Patrick Reusse
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Richard Pitino was fired as the Gophers men's basketball coach after eight seasons that produced one winning record in the Big Ten and one victory in the NCAA tournament. He had an abysmal conference record, particularly on the road (14-61), and yet he received a soft sendoff from a good share of the Gophers hoop followers.

My guess is this was due to the fact Pitino was a young guy with cute kids and he came off as affable in most interviews — apparently — including with his weekly radio show.

It might have been a soft departure, but it wasn't a soft landing. He leapt for the opening at New Mexico, where he will be making close to a million less per year than his replacement, Ben Johnson, the first assistant coach to receive the Gophers job without an interim title since George Hanson's one season in 1970-71.

The kindness shown toward Pitino's departure was quite a contrast to the treatment received by a couple of coaches who actually brought some improvement to a couple of local franchises stuck in neutral — or reverse.

I declare this pair to be overly bad-mouthed head coaches over the prior decade on the Minnesota's sports scene:

Brad Childress with the Vikings and Tom Thibodeau with the Timberwolves.

Zygi Wilf and the entire Wilf family were anxious to show their muscles and fire someone early in their ownership, so they dropped Mike Tice a half-hour after a season-closing victory over Chicago in 2005.

Childress had some roster building to do and it started with the maneuvering that brought in Steve Hutchinson, a future Hall of Famer at guard.

The Vikings were 6-10, then 8-8, then reached the playoffs at 10-6 as Gus Frerotte and Tarvaris Jackson split quarterback duties in 2008. Brett Favre came in, had a great season in 2009 and Chilly came within an errant pass (and several Adrian Peterson fumbles) from taking the Vikings to the Super Bowl.

Favre was as bad in 2010 as he was good a year earlier, injuries occurred and the decision to bring in Randy Moss — pushed harder by upper management than the coach — turned into a disaster.

Childress took the fall for Moss acting like a moron and was fired after 10 games. It was a bum rap. Nearly making the Super Bowl should get a coach a freebie for the next season. If he was 3-7 in 2011, goodbye, but not in 2010.

The Timberwolves had missed the playoffs in 12 consecutive seasons when Thibodeau was hired as president for basketball and the coach for 2016-17. He was assigned the mission of ending the embarrassment and getting the Wolves back to the playoffs.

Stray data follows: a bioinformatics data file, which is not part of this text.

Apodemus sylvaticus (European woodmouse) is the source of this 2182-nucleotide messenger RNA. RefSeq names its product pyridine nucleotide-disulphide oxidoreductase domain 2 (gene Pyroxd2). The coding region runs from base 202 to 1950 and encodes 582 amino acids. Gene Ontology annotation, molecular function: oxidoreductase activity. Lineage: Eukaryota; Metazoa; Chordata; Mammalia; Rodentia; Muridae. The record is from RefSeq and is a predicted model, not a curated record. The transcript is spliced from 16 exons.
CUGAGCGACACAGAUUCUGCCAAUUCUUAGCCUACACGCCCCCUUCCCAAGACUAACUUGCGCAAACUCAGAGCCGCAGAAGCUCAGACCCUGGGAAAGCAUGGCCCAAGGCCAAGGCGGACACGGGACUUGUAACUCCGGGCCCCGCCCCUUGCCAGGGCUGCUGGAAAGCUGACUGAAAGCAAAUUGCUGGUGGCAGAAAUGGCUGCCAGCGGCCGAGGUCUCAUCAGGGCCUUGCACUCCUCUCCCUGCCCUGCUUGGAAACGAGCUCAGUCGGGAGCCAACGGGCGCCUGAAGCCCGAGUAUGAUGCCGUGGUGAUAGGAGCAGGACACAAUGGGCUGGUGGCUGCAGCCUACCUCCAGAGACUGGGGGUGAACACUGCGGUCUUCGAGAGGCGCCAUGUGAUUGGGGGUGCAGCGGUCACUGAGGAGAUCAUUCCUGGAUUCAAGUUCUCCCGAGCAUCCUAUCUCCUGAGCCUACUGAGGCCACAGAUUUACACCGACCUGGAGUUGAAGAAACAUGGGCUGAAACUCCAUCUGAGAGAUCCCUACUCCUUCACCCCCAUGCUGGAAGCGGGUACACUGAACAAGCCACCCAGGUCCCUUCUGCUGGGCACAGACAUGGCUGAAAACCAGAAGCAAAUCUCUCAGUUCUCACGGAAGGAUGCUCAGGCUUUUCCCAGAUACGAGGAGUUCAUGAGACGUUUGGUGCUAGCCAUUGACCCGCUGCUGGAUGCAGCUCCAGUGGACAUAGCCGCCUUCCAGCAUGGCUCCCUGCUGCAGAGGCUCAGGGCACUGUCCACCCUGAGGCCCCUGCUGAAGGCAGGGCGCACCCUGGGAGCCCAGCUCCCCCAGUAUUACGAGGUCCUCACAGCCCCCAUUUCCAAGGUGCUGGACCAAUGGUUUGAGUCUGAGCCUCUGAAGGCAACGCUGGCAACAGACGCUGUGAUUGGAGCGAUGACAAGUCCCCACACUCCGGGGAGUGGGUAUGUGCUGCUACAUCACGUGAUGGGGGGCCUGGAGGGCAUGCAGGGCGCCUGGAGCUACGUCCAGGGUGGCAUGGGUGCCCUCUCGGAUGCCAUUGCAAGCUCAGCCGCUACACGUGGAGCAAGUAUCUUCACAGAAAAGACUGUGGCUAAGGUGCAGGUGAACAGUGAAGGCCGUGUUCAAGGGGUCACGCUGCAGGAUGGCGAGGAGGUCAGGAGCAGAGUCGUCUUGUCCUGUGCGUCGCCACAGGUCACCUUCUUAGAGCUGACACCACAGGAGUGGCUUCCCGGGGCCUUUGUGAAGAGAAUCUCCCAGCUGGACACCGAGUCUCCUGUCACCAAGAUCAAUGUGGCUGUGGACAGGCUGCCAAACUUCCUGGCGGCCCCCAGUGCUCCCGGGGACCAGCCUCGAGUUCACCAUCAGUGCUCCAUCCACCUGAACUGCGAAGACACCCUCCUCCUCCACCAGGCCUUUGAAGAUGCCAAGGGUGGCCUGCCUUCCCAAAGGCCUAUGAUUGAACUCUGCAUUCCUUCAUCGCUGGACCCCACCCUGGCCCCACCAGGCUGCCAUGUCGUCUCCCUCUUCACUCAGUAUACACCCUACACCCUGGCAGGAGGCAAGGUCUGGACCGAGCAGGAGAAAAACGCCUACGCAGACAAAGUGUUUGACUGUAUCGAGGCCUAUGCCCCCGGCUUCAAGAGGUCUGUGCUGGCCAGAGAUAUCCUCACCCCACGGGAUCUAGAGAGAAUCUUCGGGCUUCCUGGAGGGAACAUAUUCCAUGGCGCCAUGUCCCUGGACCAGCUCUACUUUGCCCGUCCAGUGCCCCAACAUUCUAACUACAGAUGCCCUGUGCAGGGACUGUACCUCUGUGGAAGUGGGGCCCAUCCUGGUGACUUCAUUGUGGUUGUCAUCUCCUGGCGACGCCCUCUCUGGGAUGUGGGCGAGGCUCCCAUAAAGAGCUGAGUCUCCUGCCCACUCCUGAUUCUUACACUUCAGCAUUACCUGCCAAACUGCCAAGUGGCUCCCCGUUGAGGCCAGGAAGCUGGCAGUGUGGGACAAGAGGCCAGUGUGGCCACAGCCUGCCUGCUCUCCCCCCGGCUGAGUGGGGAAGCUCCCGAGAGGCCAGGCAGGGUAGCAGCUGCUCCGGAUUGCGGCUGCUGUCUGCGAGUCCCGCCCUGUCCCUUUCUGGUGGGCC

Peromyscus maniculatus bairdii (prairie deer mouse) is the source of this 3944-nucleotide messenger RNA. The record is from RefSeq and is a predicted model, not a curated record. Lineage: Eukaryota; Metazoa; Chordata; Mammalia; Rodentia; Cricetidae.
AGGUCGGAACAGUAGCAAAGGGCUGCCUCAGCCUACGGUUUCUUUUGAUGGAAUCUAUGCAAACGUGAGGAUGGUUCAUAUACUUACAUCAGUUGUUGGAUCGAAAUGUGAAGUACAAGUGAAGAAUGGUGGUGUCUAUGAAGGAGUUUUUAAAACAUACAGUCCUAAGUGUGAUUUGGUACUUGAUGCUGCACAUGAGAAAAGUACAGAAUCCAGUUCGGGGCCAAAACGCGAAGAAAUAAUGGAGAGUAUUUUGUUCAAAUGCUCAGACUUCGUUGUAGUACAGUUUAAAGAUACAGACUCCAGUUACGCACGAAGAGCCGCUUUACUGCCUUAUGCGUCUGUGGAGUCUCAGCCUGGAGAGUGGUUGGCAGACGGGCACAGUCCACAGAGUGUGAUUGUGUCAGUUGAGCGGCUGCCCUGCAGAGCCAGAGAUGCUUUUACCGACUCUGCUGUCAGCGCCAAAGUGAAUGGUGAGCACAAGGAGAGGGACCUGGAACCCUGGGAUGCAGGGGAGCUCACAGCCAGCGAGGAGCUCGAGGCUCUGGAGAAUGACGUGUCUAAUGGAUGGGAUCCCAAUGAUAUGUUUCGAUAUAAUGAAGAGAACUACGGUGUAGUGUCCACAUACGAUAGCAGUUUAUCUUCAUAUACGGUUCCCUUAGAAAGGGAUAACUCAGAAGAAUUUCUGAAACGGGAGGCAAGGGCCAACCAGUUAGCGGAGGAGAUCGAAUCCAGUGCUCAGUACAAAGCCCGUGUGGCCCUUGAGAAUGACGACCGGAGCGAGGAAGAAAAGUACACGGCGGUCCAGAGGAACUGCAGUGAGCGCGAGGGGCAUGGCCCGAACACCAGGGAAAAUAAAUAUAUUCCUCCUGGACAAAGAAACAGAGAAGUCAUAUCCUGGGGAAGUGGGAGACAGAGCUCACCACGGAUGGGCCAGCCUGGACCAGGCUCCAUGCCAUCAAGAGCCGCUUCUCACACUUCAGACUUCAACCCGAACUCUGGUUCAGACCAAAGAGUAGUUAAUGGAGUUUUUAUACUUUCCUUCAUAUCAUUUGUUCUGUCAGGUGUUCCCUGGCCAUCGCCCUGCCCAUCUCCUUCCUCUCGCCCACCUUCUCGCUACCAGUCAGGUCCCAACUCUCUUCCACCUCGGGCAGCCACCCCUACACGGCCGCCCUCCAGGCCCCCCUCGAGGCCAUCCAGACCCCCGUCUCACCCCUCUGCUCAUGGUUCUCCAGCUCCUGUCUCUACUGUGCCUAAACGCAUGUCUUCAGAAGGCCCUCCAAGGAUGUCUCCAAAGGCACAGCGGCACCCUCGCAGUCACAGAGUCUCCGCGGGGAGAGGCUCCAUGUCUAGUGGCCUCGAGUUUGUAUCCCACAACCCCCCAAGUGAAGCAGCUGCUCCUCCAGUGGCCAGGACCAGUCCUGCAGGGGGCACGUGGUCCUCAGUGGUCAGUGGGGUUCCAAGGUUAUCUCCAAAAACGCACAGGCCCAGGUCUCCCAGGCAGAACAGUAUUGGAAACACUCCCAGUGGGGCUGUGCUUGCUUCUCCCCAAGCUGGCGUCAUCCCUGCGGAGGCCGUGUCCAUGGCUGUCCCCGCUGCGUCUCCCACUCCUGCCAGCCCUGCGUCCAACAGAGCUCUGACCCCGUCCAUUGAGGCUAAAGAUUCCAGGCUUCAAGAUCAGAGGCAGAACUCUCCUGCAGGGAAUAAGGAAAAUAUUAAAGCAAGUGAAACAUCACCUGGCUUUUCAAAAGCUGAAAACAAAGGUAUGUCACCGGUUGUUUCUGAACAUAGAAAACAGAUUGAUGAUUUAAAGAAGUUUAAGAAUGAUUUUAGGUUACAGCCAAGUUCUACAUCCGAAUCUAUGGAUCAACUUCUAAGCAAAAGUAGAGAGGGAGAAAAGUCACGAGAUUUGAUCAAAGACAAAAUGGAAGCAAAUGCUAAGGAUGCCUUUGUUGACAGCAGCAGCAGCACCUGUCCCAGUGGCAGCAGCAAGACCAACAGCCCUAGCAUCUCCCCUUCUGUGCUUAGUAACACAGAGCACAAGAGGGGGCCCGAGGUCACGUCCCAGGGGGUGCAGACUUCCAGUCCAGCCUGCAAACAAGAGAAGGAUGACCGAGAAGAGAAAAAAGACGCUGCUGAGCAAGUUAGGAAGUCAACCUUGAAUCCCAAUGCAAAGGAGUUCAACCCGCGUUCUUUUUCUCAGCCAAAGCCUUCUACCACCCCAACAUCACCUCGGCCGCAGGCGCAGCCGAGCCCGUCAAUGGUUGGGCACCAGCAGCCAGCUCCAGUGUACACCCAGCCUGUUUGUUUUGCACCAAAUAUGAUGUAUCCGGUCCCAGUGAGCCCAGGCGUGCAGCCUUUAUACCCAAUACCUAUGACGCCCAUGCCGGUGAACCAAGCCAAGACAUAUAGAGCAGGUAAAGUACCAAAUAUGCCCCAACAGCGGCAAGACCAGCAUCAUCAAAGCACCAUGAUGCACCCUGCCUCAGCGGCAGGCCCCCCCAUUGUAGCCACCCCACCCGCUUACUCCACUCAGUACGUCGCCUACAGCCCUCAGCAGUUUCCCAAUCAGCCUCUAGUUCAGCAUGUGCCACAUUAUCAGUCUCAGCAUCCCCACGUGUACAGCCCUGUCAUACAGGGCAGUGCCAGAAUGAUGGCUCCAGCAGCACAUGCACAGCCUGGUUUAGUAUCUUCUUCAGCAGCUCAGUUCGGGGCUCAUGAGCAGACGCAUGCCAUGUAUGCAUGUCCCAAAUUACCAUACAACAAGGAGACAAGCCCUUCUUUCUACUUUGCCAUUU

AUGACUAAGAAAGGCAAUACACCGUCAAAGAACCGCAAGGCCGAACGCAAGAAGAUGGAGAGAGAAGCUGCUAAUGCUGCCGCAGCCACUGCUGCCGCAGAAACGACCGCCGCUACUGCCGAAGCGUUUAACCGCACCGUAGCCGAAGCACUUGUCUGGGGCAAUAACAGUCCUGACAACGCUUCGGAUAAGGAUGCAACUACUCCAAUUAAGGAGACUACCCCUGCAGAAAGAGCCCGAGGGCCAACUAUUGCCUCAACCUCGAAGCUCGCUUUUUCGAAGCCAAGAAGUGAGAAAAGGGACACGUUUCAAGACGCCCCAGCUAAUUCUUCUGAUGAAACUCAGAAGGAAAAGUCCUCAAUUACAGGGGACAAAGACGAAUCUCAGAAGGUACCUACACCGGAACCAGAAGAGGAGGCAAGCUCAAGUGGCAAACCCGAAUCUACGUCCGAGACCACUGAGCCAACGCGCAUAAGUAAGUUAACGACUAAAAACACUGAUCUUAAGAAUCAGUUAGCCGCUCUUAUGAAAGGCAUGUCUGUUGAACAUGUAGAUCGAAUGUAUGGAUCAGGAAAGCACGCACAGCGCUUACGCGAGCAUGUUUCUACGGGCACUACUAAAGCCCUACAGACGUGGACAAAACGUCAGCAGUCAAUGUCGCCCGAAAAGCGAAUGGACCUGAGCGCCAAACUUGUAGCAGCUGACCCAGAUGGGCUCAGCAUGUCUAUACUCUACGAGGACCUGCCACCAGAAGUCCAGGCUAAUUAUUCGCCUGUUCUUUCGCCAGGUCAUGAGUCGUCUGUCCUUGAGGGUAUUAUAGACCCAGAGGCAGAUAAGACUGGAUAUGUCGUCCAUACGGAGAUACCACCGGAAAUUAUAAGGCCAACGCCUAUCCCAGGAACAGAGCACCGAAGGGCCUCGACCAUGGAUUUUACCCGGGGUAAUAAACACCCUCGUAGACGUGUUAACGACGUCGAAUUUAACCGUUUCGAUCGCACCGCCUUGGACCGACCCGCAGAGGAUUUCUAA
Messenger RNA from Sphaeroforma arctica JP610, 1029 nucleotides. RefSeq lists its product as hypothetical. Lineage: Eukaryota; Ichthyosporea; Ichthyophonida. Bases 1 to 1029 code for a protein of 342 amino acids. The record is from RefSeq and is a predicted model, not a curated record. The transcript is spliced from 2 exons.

The Wolves — yes, even the Wolves — had to know exactly what they were getting in Thibs: a coach with one goal, namely, to do his all to win that night's game.

Thibodeau watched a youngish collection of Wolves go 31-51 and then he made his move, trading Zach LaVine, Kris Dunn and a draft choice that turned into Lauri Markkanen for Jimmy Butler.

The Wolves went 47-35, a tie for the fifth most wins in franchise history in 2017-18. They would've had a few more if Butler didn't miss a stretch of games with injury. They also brought back the customers with 18 sellouts.

The first division of the West was salty that season. The 47 wins were good only for the eighth seed. That put the Wolves against No. 1 seed Houston — at the peak of former powers — they were eliminated 4-1 in the first-round series.

The Butler mess erupted that summer. Thibodeau was fired with the Wolves at 19-21 at the mid-point of the 2018-19 season. The Wolves then went back to rebuilding, which has been their long and winding road to nowhere.

Thibodeau was back in Target Center on Wednesday night for the first time since he was fired. He was bringing in the New York Knicks, a historic franchise with a hardcore fan base. The Knicks had not been in the playoffs since 2013, and they were 38-110 in the previous two seasons.

"End the embarrassment, Thibs,'' was the edict.

The Knicks, with a roster with that would make few teams jealous, arrived at 24-23 and holding fifth place in an East that is crowded between fourth and ninth place.

You're never going to hear "collaboration'' from Thibs, and if you do, he's not going to mean it. He basically was fired by the Wolves because he blew off the business part of the operation, blew off many people, even the influential TV analyst Jim Petersen, and stuck to his theory:

Try to win tonight.

They seem to like that in New York. Out here on the prairie, we prefer affability over actual coaching ability.